In recent weeks, many former social media moguls have been speaking out about the dangers of social media and how they feel guilt about what they helped to create. These thoughts were highlighted in a recent article in the Globe that I can’t stop thinking about. (Your smartphone is making you stupid, antisocial and unhealthy). I also saw that a few of my friends shared it on social media, so I see that many people are thinking about it too.
I am still in the process of making my New Year’s resolutions, and one of them is how to spend less time on my phone and more time engaged with what’s happening in the moment, especially with my kids.
Both my kids are in a sports program during the week, and I watched how one Dad there was constantly on his phone… mid-talking to his child and then completely interrupted by a notification or something on his phone. This must be so frustrating for kids. The following excerpt in the Globe article is heartbreaking:
One of the smartphone’s terrible, mysterious powers, from a child’s perspective, is its ability to “pull you away instantly, anywhere, anytime,” clinical psychologist Dr. Steiner-Adiar writes. Because what’s happening to the smartphone screen is inscrutable to others, parent often seem to have simply gotten sucked into another dimension, leaving their kids behind. “To children, the feeling is often one of endless frustration, fatigue and loss.”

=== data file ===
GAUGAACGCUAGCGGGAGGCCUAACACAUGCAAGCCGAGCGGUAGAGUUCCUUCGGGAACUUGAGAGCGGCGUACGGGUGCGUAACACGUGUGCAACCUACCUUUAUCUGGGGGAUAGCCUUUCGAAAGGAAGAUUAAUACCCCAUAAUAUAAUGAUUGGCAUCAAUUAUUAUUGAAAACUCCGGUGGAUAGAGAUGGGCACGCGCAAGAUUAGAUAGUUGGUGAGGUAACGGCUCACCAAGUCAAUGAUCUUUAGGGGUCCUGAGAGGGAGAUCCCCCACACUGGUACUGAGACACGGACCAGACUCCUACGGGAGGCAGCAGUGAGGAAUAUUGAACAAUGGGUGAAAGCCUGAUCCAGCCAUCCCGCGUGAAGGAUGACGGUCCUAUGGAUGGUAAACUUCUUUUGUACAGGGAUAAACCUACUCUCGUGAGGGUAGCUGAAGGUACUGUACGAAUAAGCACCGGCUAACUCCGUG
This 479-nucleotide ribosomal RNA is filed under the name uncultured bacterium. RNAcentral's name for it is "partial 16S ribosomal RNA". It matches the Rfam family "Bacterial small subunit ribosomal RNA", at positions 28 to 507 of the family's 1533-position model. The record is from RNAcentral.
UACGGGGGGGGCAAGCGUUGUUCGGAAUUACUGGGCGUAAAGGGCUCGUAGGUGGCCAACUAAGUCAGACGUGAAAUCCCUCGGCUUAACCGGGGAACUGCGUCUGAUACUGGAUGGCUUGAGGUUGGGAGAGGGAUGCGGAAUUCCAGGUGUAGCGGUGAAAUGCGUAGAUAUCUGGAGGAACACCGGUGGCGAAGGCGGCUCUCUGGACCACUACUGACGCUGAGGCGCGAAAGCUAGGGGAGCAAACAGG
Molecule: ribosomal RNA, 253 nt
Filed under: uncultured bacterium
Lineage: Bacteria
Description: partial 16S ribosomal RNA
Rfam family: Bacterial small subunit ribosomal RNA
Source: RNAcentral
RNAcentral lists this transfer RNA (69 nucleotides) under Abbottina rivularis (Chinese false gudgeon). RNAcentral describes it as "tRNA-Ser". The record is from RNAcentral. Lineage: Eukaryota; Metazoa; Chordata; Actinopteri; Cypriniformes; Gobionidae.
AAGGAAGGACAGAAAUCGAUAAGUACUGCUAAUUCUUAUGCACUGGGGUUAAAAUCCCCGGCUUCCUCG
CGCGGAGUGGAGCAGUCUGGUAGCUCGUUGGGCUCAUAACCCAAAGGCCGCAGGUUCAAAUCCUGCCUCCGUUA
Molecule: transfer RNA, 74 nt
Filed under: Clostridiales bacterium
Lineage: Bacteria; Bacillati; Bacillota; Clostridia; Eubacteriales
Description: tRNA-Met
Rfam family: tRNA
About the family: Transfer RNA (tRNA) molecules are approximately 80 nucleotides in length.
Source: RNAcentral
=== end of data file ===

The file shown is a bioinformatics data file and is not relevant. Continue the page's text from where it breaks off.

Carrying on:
At the sports class, I watched another parent give her child her phone to entertain him while he was waiting for his older sibling to finish his class. Wes was asking about it, and then the parent offered that Wes sit beside and watch. I politely declined – I’m sure it’s harmless but this class is going to happen every week and this parent might not always be here! I want Wes to be able to entertain himself… to talk to me, to watch his sister, to read a book. (Next week I’ll bring a book.)
So this article definitely has me thinking, what is so important that has us frequently checking our phone? For me, since I work from home and have my own business, I’m checking emails. Since I’m home with my kids in the afternoons, I’m texting and making plans with friends for play dates. And I’m also checking Instagram, a lot. Not really necessary.
One friend recently sent out a group text to let us know that from 3:30-9pm her cell phone will be off. She was making a huge effort to be present with her kids from after school until bed time. If we needed her, we could call her home phone (remember those?) I totally love this idea and was really inspired to try it too.
SO, what if my new year’s resolution looked something like this… LESS! Less checking. Less mindless articles on Facebook. Less scrolling through Instagram. I’m going to schedule the times that I’m looking at my phone and responding to messages and emails, to times where my kids are in school or sleeping, so that I can be so, so present with my kids. This is such a critical time of development for them where they’re learning so much from me and about the world around them. Let’s raise a society of kids that are more connected to people and feelings than technology and phones. What do you guys think? Comment below!
I also hope to write a blog soon about how I’m raising screen-free kids. (Yes, it’s true. So far, no Paw Patrol or Disney Princesses in this house. Stay tuned.)
Photo by Tofros.com from Pexels.